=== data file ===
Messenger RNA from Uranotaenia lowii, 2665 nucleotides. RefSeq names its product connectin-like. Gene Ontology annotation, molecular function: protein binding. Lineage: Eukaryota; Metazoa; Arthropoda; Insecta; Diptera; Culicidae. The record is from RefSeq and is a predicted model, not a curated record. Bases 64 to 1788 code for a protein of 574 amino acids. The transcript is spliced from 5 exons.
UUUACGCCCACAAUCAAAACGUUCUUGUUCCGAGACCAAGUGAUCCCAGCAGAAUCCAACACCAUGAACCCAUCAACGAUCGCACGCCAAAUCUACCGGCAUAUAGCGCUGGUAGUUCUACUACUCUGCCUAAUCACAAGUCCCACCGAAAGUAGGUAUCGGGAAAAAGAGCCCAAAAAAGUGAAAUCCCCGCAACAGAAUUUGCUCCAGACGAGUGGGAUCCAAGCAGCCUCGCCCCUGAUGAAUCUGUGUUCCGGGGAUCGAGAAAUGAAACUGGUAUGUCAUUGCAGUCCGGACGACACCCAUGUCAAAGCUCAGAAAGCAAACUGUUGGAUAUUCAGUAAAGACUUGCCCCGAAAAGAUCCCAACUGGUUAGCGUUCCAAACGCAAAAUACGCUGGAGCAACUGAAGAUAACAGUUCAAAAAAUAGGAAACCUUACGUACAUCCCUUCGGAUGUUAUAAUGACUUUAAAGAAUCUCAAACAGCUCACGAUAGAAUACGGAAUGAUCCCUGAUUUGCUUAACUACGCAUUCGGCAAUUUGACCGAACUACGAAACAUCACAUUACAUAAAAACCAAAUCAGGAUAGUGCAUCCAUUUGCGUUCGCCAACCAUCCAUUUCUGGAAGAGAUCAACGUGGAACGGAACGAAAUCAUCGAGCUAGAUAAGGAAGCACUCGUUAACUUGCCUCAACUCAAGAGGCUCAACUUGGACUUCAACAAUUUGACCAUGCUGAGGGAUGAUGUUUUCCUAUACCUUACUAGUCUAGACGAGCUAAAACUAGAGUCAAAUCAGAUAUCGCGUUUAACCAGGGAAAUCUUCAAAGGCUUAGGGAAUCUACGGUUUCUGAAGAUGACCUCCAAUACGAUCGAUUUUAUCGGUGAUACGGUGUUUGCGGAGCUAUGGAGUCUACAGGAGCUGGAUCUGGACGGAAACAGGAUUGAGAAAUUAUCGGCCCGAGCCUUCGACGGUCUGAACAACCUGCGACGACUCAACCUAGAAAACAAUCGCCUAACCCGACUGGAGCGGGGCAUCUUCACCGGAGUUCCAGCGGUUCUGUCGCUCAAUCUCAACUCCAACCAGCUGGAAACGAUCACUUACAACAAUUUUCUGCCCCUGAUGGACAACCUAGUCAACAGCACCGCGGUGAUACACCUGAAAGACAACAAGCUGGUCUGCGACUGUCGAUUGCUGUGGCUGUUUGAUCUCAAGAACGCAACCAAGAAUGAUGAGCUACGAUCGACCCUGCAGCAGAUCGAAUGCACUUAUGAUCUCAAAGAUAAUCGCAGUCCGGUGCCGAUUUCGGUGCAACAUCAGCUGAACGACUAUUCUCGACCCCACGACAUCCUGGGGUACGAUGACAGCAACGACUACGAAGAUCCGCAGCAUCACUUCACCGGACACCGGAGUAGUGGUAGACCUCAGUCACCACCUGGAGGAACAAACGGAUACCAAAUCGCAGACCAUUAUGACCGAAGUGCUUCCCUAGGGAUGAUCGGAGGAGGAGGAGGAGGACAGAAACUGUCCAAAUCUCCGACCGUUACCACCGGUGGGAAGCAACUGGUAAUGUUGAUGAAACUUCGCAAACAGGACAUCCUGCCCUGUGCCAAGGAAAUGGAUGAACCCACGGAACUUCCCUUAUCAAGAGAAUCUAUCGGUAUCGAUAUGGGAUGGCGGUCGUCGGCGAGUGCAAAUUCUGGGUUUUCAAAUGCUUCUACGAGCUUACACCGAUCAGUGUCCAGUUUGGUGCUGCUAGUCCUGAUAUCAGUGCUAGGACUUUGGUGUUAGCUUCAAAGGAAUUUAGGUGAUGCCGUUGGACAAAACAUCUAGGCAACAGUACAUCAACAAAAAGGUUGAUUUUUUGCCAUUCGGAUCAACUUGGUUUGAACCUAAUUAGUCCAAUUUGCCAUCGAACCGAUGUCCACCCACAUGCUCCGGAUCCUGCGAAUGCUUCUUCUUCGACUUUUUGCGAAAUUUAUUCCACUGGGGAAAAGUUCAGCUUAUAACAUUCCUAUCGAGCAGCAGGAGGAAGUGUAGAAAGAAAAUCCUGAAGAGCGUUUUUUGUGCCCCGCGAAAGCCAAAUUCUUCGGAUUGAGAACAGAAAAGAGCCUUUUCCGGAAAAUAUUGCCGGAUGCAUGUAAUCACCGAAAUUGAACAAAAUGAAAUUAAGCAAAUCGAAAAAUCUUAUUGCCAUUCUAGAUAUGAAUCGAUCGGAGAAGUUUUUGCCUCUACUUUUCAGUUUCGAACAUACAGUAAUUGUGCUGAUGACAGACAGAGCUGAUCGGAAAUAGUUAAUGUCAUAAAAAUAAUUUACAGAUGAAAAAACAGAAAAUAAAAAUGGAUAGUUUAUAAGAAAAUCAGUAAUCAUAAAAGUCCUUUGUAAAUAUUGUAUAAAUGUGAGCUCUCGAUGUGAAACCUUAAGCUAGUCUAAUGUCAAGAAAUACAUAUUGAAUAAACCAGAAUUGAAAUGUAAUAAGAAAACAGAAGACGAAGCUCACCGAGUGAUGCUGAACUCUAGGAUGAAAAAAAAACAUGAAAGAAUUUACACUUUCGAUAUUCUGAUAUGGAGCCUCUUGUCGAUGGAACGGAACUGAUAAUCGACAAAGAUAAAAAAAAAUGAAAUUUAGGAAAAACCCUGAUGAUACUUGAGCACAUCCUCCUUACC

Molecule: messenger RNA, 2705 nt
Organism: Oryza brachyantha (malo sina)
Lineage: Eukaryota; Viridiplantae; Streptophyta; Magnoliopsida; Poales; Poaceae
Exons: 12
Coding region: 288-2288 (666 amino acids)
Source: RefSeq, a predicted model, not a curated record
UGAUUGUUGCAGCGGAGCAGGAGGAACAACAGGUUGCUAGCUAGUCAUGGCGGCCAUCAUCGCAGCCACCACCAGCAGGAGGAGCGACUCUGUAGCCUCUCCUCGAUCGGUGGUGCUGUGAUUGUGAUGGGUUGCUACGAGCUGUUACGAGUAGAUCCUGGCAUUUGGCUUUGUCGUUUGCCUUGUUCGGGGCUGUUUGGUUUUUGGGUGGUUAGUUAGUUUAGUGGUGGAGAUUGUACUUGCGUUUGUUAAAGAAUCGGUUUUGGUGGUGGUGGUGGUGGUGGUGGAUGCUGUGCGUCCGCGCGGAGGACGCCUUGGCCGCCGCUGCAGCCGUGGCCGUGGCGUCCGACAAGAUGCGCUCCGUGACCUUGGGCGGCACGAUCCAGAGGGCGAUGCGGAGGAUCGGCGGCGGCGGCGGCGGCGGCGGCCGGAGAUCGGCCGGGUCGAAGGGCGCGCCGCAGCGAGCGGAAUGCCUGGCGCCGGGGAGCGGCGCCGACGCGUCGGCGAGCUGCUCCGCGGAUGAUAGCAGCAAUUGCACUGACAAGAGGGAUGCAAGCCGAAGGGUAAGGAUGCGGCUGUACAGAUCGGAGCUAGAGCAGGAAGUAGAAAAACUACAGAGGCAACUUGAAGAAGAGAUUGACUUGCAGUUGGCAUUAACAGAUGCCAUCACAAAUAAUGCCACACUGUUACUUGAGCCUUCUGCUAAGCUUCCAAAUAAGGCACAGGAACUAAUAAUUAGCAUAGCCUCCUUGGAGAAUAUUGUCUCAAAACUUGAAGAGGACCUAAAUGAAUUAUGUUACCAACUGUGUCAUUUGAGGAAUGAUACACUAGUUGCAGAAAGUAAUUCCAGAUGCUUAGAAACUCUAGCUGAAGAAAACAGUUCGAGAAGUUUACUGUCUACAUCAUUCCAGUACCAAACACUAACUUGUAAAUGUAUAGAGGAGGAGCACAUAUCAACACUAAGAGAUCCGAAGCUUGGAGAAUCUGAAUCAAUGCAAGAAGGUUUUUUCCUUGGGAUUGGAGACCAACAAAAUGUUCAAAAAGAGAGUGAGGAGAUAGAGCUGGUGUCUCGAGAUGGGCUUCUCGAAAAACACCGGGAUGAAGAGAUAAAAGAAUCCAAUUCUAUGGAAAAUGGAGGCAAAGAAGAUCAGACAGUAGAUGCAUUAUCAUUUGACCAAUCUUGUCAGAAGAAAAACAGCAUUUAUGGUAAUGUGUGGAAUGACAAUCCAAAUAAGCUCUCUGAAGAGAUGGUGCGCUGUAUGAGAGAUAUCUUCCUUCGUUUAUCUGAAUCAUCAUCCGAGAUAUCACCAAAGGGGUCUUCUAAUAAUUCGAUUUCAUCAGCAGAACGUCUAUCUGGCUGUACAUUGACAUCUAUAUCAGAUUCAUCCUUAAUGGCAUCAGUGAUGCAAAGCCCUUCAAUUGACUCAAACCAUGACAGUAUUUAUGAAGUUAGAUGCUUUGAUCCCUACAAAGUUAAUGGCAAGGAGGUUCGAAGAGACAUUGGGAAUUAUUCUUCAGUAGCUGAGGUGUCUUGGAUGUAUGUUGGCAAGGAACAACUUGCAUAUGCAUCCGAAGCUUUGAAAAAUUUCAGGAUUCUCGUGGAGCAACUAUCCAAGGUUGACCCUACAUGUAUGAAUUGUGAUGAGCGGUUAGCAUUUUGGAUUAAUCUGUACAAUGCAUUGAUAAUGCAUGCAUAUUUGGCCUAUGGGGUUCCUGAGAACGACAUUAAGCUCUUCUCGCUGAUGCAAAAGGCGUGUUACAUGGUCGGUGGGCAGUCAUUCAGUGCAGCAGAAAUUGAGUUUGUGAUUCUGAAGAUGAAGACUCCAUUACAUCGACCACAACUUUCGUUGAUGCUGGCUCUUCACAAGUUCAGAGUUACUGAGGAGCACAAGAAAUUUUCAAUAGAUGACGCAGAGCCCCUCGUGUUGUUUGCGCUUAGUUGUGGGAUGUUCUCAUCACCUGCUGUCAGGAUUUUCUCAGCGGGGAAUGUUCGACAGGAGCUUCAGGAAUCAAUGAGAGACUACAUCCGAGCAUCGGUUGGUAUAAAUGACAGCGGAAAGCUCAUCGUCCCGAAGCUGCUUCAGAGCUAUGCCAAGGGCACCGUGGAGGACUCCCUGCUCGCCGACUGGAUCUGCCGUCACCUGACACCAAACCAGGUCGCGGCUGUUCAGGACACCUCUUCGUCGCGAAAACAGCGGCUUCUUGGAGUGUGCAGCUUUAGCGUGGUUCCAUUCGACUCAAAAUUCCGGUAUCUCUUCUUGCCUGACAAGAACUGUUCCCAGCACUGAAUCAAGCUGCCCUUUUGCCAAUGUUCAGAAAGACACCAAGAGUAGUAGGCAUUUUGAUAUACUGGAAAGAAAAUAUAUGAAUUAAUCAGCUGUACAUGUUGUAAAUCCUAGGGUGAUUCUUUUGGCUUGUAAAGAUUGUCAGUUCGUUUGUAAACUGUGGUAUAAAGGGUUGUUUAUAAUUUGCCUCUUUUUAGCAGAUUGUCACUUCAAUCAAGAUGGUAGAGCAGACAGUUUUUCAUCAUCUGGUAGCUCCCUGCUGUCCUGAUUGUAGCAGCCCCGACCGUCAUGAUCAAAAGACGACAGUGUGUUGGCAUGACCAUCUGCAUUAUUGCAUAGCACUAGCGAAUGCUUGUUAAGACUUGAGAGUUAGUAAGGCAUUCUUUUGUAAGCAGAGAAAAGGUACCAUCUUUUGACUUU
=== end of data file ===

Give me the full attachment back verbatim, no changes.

Messenger RNA from Uranotaenia lowii, 2665 nucleotides. RefSeq names its product connectin-like. Gene Ontology annotation, molecular function: protein binding. Lineage: Eukaryota; Metazoa; Arthropoda; Insecta; Diptera; Culicidae. The record is from RefSeq and is a predicted model, not a curated record. Bases 64 to 1788 code for a protein of 574 amino acids. The transcript is spliced from 5 exons.
UUUACGCCCACAAUCAAAACGUUCUUGUUCCGAGACCAAGUGAUCCCAGCAGAAUCCAACACCAUGAACCCAUCAACGAUCGCACGCCAAAUCUACCGGCAUAUAGCGCUGGUAGUUCUACUACUCUGCCUAAUCACAAGUCCCACCGAAAGUAGGUAUCGGGAAAAAGAGCCCAAAAAAGUGAAAUCCCCGCAACAGAAUUUGCUCCAGACGAGUGGGAUCCAAGCAGCCUCGCCCCUGAUGAAUCUGUGUUCCGGGGAUCGAGAAAUGAAACUGGUAUGUCAUUGCAGUCCGGACGACACCCAUGUCAAAGCUCAGAAAGCAAACUGUUGGAUAUUCAGUAAAGACUUGCCCCGAAAAGAUCCCAACUGGUUAGCGUUCCAAACGCAAAAUACGCUGGAGCAACUGAAGAUAACAGUUCAAAAAAUAGGAAACCUUACGUACAUCCCUUCGGAUGUUAUAAUGACUUUAAAGAAUCUCAAACAGCUCACGAUAGAAUACGGAAUGAUCCCUGAUUUGCUUAACUACGCAUUCGGCAAUUUGACCGAACUACGAAACAUCACAUUACAUAAAAACCAAAUCAGGAUAGUGCAUCCAUUUGCGUUCGCCAACCAUCCAUUUCUGGAAGAGAUCAACGUGGAACGGAACGAAAUCAUCGAGCUAGAUAAGGAAGCACUCGUUAACUUGCCUCAACUCAAGAGGCUCAACUUGGACUUCAACAAUUUGACCAUGCUGAGGGAUGAUGUUUUCCUAUACCUUACUAGUCUAGACGAGCUAAAACUAGAGUCAAAUCAGAUAUCGCGUUUAACCAGGGAAAUCUUCAAAGGCUUAGGGAAUCUACGGUUUCUGAAGAUGACCUCCAAUACGAUCGAUUUUAUCGGUGAUACGGUGUUUGCGGAGCUAUGGAGUCUACAGGAGCUGGAUCUGGACGGAAACAGGAUUGAGAAAUUAUCGGCCCGAGCCUUCGACGGUCUGAACAACCUGCGACGACUCAACCUAGAAAACAAUCGCCUAACCCGACUGGAGCGGGGCAUCUUCACCGGAGUUCCAGCGGUUCUGUCGCUCAAUCUCAACUCCAACCAGCUGGAAACGAUCACUUACAACAAUUUUCUGCCCCUGAUGGACAACCUAGUCAACAGCACCGCGGUGAUACACCUGAAAGACAACAAGCUGGUCUGCGACUGUCGAUUGCUGUGGCUGUUUGAUCUCAAGAACGCAACCAAGAAUGAUGAGCUACGAUCGACCCUGCAGCAGAUCGAAUGCACUUAUGAUCUCAAAGAUAAUCGCAGUCCGGUGCCGAUUUCGGUGCAACAUCAGCUGAACGACUAUUCUCGACCCCACGACAUCCUGGGGUACGAUGACAGCAACGACUACGAAGAUCCGCAGCAUCACUUCACCGGACACCGGAGUAGUGGUAGACCUCAGUCACCACCUGGAGGAACAAACGGAUACCAAAUCGCAGACCAUUAUGACCGAAGUGCUUCCCUAGGGAUGAUCGGAGGAGGAGGAGGAGGACAGAAACUGUCCAAAUCUCCGACCGUUACCACCGGUGGGAAGCAACUGGUAAUGUUGAUGAAACUUCGCAAACAGGACAUCCUGCCCUGUGCCAAGGAAAUGGAUGAACCCACGGAACUUCCCUUAUCAAGAGAAUCUAUCGGUAUCGAUAUGGGAUGGCGGUCGUCGGCGAGUGCAAAUUCUGGGUUUUCAAAUGCUUCUACGAGCUUACACCGAUCAGUGUCCAGUUUGGUGCUGCUAGUCCUGAUAUCAGUGCUAGGACUUUGGUGUUAGCUUCAAAGGAAUUUAGGUGAUGCCGUUGGACAAAACAUCUAGGCAACAGUACAUCAACAAAAAGGUUGAUUUUUUGCCAUUCGGAUCAACUUGGUUUGAACCUAAUUAGUCCAAUUUGCCAUCGAACCGAUGUCCACCCACAUGCUCCGGAUCCUGCGAAUGCUUCUUCUUCGACUUUUUGCGAAAUUUAUUCCACUGGGGAAAAGUUCAGCUUAUAACAUUCCUAUCGAGCAGCAGGAGGAAGUGUAGAAAGAAAAUCCUGAAGAGCGUUUUUUGUGCCCCGCGAAAGCCAAAUUCUUCGGAUUGAGAACAGAAAAGAGCCUUUUCCGGAAAAUAUUGCCGGAUGCAUGUAAUCACCGAAAUUGAACAAAAUGAAAUUAAGCAAAUCGAAAAAUCUUAUUGCCAUUCUAGAUAUGAAUCGAUCGGAGAAGUUUUUGCCUCUACUUUUCAGUUUCGAACAUACAGUAAUUGUGCUGAUGACAGACAGAGCUGAUCGGAAAUAGUUAAUGUCAUAAAAAUAAUUUACAGAUGAAAAAACAGAAAAUAAAAAUGGAUAGUUUAUAAGAAAAUCAGUAAUCAUAAAAGUCCUUUGUAAAUAUUGUAUAAAUGUGAGCUCUCGAUGUGAAACCUUAAGCUAGUCUAAUGUCAAGAAAUACAUAUUGAAUAAACCAGAAUUGAAAUGUAAUAAGAAAACAGAAGACGAAGCUCACCGAGUGAUGCUGAACUCUAGGAUGAAAAAAAAACAUGAAAGAAUUUACACUUUCGAUAUUCUGAUAUGGAGCCUCUUGUCGAUGGAACGGAACUGAUAAUCGACAAAGAUAAAAAAAAAUGAAAUUUAGGAAAAACCCUGAUGAUACUUGAGCACAUCCUCCUUACC

Molecule: messenger RNA, 2705 nt
Organism: Oryza brachyantha (malo sina)
Lineage: Eukaryota; Viridiplantae; Streptophyta; Magnoliopsida; Poales; Poaceae
Exons: 12
Coding region: 288-2288 (666 amino acids)
Source: RefSeq, a predicted model, not a curated record
UGAUUGUUGCAGCGGAGCAGGAGGAACAACAGGUUGCUAGCUAGUCAUGGCGGCCAUCAUCGCAGCCACCACCAGCAGGAGGAGCGACUCUGUAGCCUCUCCUCGAUCGGUGGUGCUGUGAUUGUGAUGGGUUGCUACGAGCUGUUACGAGUAGAUCCUGGCAUUUGGCUUUGUCGUUUGCCUUGUUCGGGGCUGUUUGGUUUUUGGGUGGUUAGUUAGUUUAGUGGUGGAGAUUGUACUUGCGUUUGUUAAAGAAUCGGUUUUGGUGGUGGUGGUGGUGGUGGUGGAUGCUGUGCGUCCGCGCGGAGGACGCCUUGGCCGCCGCUGCAGCCGUGGCCGUGGCGUCCGACAAGAUGCGCUCCGUGACCUUGGGCGGCACGAUCCAGAGGGCGAUGCGGAGGAUCGGCGGCGGCGGCGGCGGCGGCGGCCGGAGAUCGGCCGGGUCGAAGGGCGCGCCGCAGCGAGCGGAAUGCCUGGCGCCGGGGAGCGGCGCCGACGCGUCGGCGAGCUGCUCCGCGGAUGAUAGCAGCAAUUGCACUGACAAGAGGGAUGCAAGCCGAAGGGUAAGGAUGCGGCUGUACAGAUCGGAGCUAGAGCAGGAAGUAGAAAAACUACAGAGGCAACUUGAAGAAGAGAUUGACUUGCAGUUGGCAUUAACAGAUGCCAUCACAAAUAAUGCCACACUGUUACUUGAGCCUUCUGCUAAGCUUCCAAAUAAGGCACAGGAACUAAUAAUUAGCAUAGCCUCCUUGGAGAAUAUUGUCUCAAAACUUGAAGAGGACCUAAAUGAAUUAUGUUACCAACUGUGUCAUUUGAGGAAUGAUACACUAGUUGCAGAAAGUAAUUCCAGAUGCUUAGAAACUCUAGCUGAAGAAAACAGUUCGAGAAGUUUACUGUCUACAUCAUUCCAGUACCAAACACUAACUUGUAAAUGUAUAGAGGAGGAGCACAUAUCAACACUAAGAGAUCCGAAGCUUGGAGAAUCUGAAUCAAUGCAAGAAGGUUUUUUCCUUGGGAUUGGAGACCAACAAAAUGUUCAAAAAGAGAGUGAGGAGAUAGAGCUGGUGUCUCGAGAUGGGCUUCUCGAAAAACACCGGGAUGAAGAGAUAAAAGAAUCCAAUUCUAUGGAAAAUGGAGGCAAAGAAGAUCAGACAGUAGAUGCAUUAUCAUUUGACCAAUCUUGUCAGAAGAAAAACAGCAUUUAUGGUAAUGUGUGGAAUGACAAUCCAAAUAAGCUCUCUGAAGAGAUGGUGCGCUGUAUGAGAGAUAUCUUCCUUCGUUUAUCUGAAUCAUCAUCCGAGAUAUCACCAAAGGGGUCUUCUAAUAAUUCGAUUUCAUCAGCAGAACGUCUAUCUGGCUGUACAUUGACAUCUAUAUCAGAUUCAUCCUUAAUGGCAUCAGUGAUGCAAAGCCCUUCAAUUGACUCAAACCAUGACAGUAUUUAUGAAGUUAGAUGCUUUGAUCCCUACAAAGUUAAUGGCAAGGAGGUUCGAAGAGACAUUGGGAAUUAUUCUUCAGUAGCUGAGGUGUCUUGGAUGUAUGUUGGCAAGGAACAACUUGCAUAUGCAUCCGAAGCUUUGAAAAAUUUCAGGAUUCUCGUGGAGCAACUAUCCAAGGUUGACCCUACAUGUAUGAAUUGUGAUGAGCGGUUAGCAUUUUGGAUUAAUCUGUACAAUGCAUUGAUAAUGCAUGCAUAUUUGGCCUAUGGGGUUCCUGAGAACGACAUUAAGCUCUUCUCGCUGAUGCAAAAGGCGUGUUACAUGGUCGGUGGGCAGUCAUUCAGUGCAGCAGAAAUUGAGUUUGUGAUUCUGAAGAUGAAGACUCCAUUACAUCGACCACAACUUUCGUUGAUGCUGGCUCUUCACAAGUUCAGAGUUACUGAGGAGCACAAGAAAUUUUCAAUAGAUGACGCAGAGCCCCUCGUGUUGUUUGCGCUUAGUUGUGGGAUGUUCUCAUCACCUGCUGUCAGGAUUUUCUCAGCGGGGAAUGUUCGACAGGAGCUUCAGGAAUCAAUGAGAGACUACAUCCGAGCAUCGGUUGGUAUAAAUGACAGCGGAAAGCUCAUCGUCCCGAAGCUGCUUCAGAGCUAUGCCAAGGGCACCGUGGAGGACUCCCUGCUCGCCGACUGGAUCUGCCGUCACCUGACACCAAACCAGGUCGCGGCUGUUCAGGACACCUCUUCGUCGCGAAAACAGCGGCUUCUUGGAGUGUGCAGCUUUAGCGUGGUUCCAUUCGACUCAAAAUUCCGGUAUCUCUUCUUGCCUGACAAGAACUGUUCCCAGCACUGAAUCAAGCUGCCCUUUUGCCAAUGUUCAGAAAGACACCAAGAGUAGUAGGCAUUUUGAUAUACUGGAAAGAAAAUAUAUGAAUUAAUCAGCUGUACAUGUUGUAAAUCCUAGGGUGAUUCUUUUGGCUUGUAAAGAUUGUCAGUUCGUUUGUAAACUGUGGUAUAAAGGGUUGUUUAUAAUUUGCCUCUUUUUAGCAGAUUGUCACUUCAAUCAAGAUGGUAGAGCAGACAGUUUUUCAUCAUCUGGUAGCUCCCUGCUGUCCUGAUUGUAGCAGCCCCGACCGUCAUGAUCAAAAGACGACAGUGUGUUGGCAUGACCAUCUGCAUUAUUGCAUAGCACUAGCGAAUGCUUGUUAAGACUUGAGAGUUAGUAAGGCAUUCUUUUGUAAGCAGAGAAAAGGUACCAUCUUUUGACUUU